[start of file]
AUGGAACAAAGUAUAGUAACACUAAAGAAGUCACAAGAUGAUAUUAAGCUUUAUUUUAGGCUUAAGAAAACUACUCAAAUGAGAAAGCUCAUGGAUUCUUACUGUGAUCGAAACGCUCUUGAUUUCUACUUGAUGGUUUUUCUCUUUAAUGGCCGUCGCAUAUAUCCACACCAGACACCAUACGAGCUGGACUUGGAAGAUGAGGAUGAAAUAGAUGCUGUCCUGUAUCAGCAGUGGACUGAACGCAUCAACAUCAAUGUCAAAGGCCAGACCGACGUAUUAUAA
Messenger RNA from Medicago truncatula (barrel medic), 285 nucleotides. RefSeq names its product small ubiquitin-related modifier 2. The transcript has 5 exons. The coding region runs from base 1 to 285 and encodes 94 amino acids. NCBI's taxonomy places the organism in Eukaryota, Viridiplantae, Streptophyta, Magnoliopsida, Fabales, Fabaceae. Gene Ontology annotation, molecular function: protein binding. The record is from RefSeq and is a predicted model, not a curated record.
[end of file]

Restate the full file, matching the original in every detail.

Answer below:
AUGGAACAAAGUAUAGUAACACUAAAGAAGUCACAAGAUGAUAUUAAGCUUUAUUUUAGGCUUAAGAAAACUACUCAAAUGAGAAAGCUCAUGGAUUCUUACUGUGAUCGAAACGCUCUUGAUUUCUACUUGAUGGUUUUUCUCUUUAAUGGCCGUCGCAUAUAUCCACACCAGACACCAUACGAGCUGGACUUGGAAGAUGAGGAUGAAAUAGAUGCUGUCCUGUAUCAGCAGUGGACUGAACGCAUCAACAUCAAUGUCAAAGGCCAGACCGACGUAUUAUAA
Messenger RNA from Medicago truncatula (barrel medic), 285 nucleotides. RefSeq names its product small ubiquitin-related modifier 2. The transcript has 5 exons. The coding region runs from base 1 to 285 and encodes 94 amino acids. NCBI's taxonomy places the organism in Eukaryota, Viridiplantae, Streptophyta, Magnoliopsida, Fabales, Fabaceae. Gene Ontology annotation, molecular function: protein binding. The record is from RefSeq and is a predicted model, not a curated record.